The Chinese have created monkeys with human-brain genes to study human intelligence and how it developed.

Scientists are now warning the Chinese who have created monkeys with Human Brain genes. The genes may alter their intelligence to resemble that of a human’s.

Chinese researchers took human copies of the MCPH1 gene and introduced it into monkey embryos through a virus that carried the gene.

The Chinese researchers describe the study as “the first attempt to experimentally interrogate the genetic basis of human brain origin using a transgenic monkey model.”

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Their goal for the study is to answer the question:

“How did humans develop our unique brand of intelligence, and why is it other primates aren’t able to innovate in the same ways humans can.”

The Chinese aren’t just stopping at the MCPH1 gene. Bing Su, a geneticist at the Kunming Institute of Zoology, told MIT Technology Review that he’s testing other genes that are related to human intelligence and are involved in the evolution of the brain. The publication states:

One that he has his eye on is SRGAP2C, a DNA variant that arose about two million years ago, just when Australopithecus was ceding the African savannah to early humans. That gene has been dubbed the “humanity switch” and the “missing genetic link” for its likely role in the emergence of human intelligence. Su says he’s been adding it to monkeys, but that it’s too soon to say what the results are.

Bing Su is also thinking about introducing the FOXP2 gene into monkeys. The FOXP2 gene is the gene believed to have given humans their abilities to create and speak languages.

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Colorado bioethicist Jacqueline Glover brought up the moral perspective, where she says giving monkeys human intelligence is to cause them harm, saying:

“To humanize them is to cause harm. Where would they live and what would they do? Do not create a being that can’t have a meaningful life in any context.”

Barbara J. King, author of How Animals Grieve and an emerita professor of anthropology at the College of William and Mary, called Bing Su’s experiment “an ethical nightmare,” writing:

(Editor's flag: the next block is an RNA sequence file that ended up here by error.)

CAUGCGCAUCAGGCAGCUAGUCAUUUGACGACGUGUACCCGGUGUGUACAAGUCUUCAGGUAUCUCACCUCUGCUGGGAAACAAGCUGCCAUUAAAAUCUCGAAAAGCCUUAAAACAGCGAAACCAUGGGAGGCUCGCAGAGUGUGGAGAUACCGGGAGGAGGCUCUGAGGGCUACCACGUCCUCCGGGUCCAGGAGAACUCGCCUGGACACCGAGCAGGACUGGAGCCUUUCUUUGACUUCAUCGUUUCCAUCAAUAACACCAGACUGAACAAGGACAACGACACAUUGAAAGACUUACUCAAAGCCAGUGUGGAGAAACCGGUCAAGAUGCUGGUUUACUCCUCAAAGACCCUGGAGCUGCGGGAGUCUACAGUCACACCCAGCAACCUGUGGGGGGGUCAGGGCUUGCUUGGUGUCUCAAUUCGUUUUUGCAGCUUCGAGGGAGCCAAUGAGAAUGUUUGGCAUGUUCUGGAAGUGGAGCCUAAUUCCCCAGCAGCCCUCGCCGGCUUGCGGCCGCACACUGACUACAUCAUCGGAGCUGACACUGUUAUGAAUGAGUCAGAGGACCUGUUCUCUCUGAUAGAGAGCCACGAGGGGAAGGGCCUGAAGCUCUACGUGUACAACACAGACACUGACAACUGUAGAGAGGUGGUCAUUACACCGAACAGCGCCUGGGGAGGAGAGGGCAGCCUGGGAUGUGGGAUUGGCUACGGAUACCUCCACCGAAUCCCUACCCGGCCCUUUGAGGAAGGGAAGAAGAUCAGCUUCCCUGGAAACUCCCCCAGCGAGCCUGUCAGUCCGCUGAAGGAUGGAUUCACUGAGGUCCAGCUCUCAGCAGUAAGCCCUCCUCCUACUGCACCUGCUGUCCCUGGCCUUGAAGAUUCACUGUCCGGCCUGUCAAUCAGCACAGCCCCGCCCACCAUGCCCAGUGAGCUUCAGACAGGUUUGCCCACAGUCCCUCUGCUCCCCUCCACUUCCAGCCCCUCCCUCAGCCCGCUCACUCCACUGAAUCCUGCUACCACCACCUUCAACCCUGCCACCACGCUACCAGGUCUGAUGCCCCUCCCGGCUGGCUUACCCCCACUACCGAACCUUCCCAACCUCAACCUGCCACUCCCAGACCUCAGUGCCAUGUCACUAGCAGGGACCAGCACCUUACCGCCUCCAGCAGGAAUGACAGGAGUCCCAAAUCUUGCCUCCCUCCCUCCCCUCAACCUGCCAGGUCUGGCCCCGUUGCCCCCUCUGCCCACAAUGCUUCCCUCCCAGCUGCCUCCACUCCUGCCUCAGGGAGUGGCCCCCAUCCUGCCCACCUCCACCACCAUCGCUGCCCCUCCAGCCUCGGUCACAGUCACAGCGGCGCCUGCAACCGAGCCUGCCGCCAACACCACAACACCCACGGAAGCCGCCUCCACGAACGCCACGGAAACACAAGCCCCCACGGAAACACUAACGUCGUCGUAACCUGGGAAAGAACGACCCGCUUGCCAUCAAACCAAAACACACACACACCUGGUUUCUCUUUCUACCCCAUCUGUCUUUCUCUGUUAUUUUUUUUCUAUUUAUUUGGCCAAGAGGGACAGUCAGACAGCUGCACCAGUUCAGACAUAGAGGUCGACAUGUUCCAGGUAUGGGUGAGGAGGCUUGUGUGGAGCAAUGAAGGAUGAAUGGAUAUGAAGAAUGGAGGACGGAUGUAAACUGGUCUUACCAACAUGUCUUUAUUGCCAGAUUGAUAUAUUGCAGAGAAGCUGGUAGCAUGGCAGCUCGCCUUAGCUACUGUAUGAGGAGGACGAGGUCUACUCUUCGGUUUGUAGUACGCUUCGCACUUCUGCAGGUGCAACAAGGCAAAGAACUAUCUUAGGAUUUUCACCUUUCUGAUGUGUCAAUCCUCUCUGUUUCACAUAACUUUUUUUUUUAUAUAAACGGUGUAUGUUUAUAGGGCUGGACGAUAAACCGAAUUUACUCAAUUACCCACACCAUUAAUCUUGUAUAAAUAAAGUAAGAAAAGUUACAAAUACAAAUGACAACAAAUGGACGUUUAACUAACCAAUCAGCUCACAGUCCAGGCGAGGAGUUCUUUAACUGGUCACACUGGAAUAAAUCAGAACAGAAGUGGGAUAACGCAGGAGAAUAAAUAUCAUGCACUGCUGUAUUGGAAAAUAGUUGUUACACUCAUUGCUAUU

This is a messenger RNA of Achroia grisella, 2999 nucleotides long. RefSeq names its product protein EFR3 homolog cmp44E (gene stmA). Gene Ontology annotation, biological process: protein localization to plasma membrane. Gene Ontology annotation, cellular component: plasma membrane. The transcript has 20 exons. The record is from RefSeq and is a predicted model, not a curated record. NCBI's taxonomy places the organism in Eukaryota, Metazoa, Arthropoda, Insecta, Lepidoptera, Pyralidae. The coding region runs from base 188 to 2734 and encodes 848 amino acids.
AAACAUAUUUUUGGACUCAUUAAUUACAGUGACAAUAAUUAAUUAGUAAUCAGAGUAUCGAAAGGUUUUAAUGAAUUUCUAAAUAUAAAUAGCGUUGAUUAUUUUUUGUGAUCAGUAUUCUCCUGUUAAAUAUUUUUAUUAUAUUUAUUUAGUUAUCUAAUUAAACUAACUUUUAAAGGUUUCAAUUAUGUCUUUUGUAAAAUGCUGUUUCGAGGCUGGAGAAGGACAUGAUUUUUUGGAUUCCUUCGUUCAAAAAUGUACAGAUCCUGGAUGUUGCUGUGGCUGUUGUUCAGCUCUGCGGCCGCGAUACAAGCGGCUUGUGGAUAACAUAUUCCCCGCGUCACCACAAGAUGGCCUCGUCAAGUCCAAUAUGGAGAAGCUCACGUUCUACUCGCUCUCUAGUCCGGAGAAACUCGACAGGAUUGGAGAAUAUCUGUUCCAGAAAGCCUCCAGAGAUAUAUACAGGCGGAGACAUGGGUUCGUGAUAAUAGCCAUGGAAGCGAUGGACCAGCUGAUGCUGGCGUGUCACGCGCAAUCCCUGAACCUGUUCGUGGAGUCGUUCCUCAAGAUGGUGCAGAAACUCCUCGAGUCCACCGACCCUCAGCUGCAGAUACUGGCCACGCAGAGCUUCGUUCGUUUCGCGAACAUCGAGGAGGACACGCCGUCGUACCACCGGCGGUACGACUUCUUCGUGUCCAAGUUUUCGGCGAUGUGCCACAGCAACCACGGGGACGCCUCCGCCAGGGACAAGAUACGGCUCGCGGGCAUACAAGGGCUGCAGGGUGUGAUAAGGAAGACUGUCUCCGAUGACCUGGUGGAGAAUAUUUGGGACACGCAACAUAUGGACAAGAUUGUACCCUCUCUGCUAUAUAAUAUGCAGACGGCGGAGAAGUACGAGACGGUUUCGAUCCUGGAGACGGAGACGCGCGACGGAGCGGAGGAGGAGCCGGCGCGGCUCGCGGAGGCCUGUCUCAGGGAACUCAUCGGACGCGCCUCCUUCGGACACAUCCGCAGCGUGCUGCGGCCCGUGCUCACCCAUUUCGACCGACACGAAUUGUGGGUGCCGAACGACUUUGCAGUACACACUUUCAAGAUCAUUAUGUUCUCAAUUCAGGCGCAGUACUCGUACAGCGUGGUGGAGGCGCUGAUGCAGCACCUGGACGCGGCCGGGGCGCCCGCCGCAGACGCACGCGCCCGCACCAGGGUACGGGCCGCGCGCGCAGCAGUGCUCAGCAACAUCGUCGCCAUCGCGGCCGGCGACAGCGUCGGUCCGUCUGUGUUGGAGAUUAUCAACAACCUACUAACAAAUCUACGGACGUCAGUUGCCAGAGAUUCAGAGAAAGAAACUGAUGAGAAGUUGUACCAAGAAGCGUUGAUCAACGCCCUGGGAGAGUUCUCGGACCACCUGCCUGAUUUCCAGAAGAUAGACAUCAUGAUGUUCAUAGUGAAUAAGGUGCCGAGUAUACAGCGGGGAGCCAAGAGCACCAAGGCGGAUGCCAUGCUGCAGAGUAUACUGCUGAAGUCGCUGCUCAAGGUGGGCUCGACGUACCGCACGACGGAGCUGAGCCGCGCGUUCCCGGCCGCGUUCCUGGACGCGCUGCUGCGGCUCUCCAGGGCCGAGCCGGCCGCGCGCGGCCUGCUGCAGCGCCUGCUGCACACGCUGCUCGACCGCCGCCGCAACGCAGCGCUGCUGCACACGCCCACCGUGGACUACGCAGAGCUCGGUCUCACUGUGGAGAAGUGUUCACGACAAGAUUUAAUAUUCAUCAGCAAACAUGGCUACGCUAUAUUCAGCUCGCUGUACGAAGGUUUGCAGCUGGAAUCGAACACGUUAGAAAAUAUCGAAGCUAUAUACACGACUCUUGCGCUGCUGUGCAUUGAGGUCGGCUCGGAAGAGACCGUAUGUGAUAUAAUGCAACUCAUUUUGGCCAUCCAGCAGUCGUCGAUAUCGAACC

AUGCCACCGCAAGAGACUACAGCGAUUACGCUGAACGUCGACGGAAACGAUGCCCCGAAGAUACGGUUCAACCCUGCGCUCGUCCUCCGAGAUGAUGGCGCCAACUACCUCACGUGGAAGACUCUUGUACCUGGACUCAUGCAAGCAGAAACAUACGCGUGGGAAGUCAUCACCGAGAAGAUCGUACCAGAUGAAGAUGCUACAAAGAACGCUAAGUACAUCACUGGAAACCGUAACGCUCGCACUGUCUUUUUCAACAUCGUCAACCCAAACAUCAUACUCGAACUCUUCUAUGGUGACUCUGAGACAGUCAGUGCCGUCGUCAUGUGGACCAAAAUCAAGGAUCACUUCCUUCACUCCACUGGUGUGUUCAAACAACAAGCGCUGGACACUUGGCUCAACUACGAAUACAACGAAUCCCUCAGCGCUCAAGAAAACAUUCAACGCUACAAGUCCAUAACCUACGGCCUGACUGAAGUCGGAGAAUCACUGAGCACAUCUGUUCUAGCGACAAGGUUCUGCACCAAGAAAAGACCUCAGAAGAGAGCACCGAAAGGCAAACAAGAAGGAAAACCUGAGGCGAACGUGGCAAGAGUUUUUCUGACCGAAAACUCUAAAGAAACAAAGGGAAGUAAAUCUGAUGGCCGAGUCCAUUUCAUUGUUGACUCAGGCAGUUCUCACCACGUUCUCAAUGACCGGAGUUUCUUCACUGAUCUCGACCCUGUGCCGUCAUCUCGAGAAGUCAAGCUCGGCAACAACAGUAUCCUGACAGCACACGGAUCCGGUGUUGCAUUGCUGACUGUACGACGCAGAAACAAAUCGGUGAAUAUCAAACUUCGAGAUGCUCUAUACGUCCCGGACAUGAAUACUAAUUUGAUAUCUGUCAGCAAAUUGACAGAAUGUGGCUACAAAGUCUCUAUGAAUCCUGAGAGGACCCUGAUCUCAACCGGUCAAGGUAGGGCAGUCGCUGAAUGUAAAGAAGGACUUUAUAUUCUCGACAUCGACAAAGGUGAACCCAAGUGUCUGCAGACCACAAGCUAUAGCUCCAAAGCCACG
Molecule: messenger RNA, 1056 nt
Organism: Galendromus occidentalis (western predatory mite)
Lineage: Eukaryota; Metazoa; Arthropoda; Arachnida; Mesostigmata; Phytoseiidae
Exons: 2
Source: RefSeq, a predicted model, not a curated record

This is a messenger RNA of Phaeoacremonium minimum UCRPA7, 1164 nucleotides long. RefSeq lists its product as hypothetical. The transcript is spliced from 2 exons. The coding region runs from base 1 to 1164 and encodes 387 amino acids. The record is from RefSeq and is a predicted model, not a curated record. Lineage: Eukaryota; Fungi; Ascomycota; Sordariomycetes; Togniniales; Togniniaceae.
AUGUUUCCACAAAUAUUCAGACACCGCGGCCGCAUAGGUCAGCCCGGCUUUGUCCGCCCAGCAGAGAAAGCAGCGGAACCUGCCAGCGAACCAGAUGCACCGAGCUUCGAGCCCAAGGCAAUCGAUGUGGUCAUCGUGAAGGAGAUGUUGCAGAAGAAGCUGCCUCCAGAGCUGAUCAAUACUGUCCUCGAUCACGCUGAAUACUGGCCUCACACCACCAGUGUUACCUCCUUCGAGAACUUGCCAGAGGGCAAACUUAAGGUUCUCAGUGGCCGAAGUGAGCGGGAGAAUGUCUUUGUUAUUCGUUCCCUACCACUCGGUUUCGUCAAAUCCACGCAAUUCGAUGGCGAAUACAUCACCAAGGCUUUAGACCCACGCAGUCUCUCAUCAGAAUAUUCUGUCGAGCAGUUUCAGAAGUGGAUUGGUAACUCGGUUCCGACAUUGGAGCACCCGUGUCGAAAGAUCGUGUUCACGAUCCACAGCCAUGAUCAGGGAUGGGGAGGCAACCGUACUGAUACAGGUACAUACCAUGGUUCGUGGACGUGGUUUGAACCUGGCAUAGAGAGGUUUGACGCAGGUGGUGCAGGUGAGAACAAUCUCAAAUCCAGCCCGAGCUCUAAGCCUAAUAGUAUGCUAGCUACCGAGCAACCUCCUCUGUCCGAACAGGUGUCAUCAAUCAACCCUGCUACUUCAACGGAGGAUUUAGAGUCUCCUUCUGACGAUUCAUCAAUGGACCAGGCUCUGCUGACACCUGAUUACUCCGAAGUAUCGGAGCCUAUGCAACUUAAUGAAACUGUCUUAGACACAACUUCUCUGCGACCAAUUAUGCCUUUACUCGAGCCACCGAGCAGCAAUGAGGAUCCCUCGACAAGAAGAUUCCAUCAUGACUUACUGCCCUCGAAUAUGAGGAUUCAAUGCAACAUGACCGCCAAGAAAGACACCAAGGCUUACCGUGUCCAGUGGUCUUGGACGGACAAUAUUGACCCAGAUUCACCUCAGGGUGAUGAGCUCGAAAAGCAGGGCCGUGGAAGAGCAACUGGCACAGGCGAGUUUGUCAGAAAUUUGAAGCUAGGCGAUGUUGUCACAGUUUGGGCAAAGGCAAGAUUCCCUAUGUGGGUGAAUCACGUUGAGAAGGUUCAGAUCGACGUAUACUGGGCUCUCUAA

“More of the genetically altered monkeys — six — died than lived, so right off the bat we see that the procedure is often lethal. Regarding the five survivors, what kind of lives will they have going forward, altered as they are and confined to an experimental laboratory?”

King also brought up other factors in relation to making monkey’s more intelligent. To put it simply, she said that monkeys have been given diseases and tested on, but that’s much different than altering the intelligence of a monkey, and then testing on those altered monkeys.

She stated that if you introduce a disease to a monkey, morality comes into play but you’re still just giving a monkey a disease, and it doesn’t change the fundamental nature of what it means to be that animal. But when you alter a monkey’s intelligence, you’re changing the animal completely, and making it able to perceive the different types of anguish and pain a human may go through, like specific types stress and depression, and how the monkey deals with it in the deep and conscious way humans do.

Bing Su stated:

“Although their [monkeys] genome is close to ours, there are also tens of millions of differences,”

Bing Su stated that through his experiments, making monkeys “unmonkey-like” would be almost  “impossible by introducing only a few human genes.”

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